At this point I will stop writing as nothing spectacular occurred, apart from the swim mentioned above and on the walk back up the river I met up with Graham Wood. Graham was the chap who sent me the release date for the Garry and also assessed me for my Level 2 back in October. I'll finish the post off with four pictures from the second run.

The play hole where I had a swim. That's me in there. My parents were walking the bank with a camera so there are photo's of me for once.

Graham Wood in an inflatable two-man persuading the front seat passenger that they did want to surf the hole.

Tom Parker cartwheeling his creek boat. Who said you needed play boats?

The same paddler going for a loop in the new Pyranha Burn. It was so close to being landed.

Four days complete, three rivers done, another two days to fill.

More pictures can be found here and a video can be seen here.

Good lines, stay safe and see you on the wet stuff...

17 April 2007

Into the depths of yet another Gorge

Drive away from Spean Bridge through Roy Bridge on the A86, then north along the A9 before turning right onto the A938 and then left onto the B9007. Drive further north and where do you end up after two hours? The answer is a little bend in the road by a gate which takes you down to Randolph's Leap and the put-in for the lower reaches of the Findhorn where there is yet another gorge section. This for me and the vast majority of the group was a first descent. Last year we had never made the trek this far into Scotland as there had been so much water around the Roy Bridge area to keep us happy, but it was Tuesday and we had only been on one river. We were therefore willing to travel far to get the paddling fix needed to stop us going mad and knowing that the Findhorn would go (thanks to some positive beta from a raft guide in Pitlochry who had paddled it the day before) we made the trek north.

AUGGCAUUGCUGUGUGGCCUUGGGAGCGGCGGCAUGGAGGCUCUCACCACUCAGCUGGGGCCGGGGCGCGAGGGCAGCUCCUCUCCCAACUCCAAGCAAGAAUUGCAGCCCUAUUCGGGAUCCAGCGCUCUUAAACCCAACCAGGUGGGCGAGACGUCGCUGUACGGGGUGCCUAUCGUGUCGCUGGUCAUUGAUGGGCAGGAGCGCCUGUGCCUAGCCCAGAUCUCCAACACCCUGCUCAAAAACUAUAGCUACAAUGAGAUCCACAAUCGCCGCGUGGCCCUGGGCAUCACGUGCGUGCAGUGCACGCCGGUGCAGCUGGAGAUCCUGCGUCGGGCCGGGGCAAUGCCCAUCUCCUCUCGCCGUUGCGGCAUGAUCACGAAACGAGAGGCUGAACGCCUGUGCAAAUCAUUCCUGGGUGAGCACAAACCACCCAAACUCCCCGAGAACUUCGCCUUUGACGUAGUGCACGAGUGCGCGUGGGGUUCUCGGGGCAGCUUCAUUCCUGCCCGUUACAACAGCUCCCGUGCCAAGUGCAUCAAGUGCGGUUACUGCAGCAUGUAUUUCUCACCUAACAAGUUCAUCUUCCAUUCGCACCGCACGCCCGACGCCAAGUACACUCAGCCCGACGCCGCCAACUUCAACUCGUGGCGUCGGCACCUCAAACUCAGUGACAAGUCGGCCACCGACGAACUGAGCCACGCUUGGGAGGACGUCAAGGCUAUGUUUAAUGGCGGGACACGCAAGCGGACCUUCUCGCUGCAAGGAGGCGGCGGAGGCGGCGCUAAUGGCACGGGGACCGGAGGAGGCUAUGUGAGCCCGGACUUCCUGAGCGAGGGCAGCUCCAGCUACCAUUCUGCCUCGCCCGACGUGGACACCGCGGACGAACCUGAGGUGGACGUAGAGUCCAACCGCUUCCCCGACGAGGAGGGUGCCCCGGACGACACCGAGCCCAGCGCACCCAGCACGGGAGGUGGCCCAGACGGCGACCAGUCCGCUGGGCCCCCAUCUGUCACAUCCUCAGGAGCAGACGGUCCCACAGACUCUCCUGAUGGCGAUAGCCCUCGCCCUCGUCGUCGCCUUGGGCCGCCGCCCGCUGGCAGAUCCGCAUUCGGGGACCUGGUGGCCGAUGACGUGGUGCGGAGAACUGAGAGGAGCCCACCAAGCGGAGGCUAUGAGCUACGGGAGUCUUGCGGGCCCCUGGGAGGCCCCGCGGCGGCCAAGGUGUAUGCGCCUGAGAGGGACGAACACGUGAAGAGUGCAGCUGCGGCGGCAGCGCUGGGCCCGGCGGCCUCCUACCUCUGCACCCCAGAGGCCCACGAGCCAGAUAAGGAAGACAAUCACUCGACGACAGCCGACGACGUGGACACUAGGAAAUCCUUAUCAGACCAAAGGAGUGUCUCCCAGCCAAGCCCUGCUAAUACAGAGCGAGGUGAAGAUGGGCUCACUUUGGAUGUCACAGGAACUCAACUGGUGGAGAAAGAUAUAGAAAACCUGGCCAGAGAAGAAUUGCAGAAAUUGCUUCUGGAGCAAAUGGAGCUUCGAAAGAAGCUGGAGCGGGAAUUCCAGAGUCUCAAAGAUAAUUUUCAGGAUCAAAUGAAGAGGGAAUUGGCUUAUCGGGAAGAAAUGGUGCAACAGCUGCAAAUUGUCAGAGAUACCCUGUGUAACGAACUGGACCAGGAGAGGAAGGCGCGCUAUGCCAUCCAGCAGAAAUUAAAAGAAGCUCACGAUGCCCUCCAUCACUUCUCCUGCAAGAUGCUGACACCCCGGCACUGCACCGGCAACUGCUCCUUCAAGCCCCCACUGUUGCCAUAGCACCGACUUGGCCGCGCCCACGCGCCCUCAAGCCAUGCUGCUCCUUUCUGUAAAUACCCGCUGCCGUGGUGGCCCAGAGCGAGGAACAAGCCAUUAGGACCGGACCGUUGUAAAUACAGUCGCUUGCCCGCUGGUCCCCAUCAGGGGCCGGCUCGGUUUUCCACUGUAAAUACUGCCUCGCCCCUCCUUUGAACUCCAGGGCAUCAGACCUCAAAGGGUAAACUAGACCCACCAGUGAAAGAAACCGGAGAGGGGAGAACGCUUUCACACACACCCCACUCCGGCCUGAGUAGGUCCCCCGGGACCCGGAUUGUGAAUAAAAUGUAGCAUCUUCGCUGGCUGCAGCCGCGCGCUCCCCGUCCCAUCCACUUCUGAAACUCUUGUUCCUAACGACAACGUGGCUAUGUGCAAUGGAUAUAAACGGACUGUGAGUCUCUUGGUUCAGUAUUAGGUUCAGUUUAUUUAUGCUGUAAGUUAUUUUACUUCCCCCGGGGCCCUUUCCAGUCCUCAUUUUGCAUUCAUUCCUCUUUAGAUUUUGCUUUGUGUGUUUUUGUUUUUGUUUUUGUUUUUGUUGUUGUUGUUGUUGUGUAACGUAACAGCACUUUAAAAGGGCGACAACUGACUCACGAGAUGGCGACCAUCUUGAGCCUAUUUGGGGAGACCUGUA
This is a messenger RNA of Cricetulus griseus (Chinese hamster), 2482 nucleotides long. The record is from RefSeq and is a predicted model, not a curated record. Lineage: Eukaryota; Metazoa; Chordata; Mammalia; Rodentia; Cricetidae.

Once out of the cars we sauntered down the tourist path to the river to have a look at it. We took a brief glimpse at Randolph's Leap thinking nothing of it and instead scouted out the get-in. On the return to the cars I took a bit of a lengthy look at the Leap and after clambering lower down the river bank to scout the lines, with a bit more enthusiasm, I felt that maybe I could just about make it through. I shouted to the others "It'll go" and they joined my at river level for a closer look. They were adamant they would not paddle it, but they'd set safety up for me. We returned to the cars to change and sort the shuttle out. Whilst the shuttle was being sorted the remaining three paddlers, me included, carried the four boats down into the wood covered path system. Three boats headed to the conventional get-in carried by the other two paddlers whilst I took my boat to the top of the Leap and then set about some serious scouting of the extremely tight gorge. I walked up and down the banks, took video and pictures, making sure I got a look at the river from every conceivable angle and height until the line was firmly embedded on my eyelids.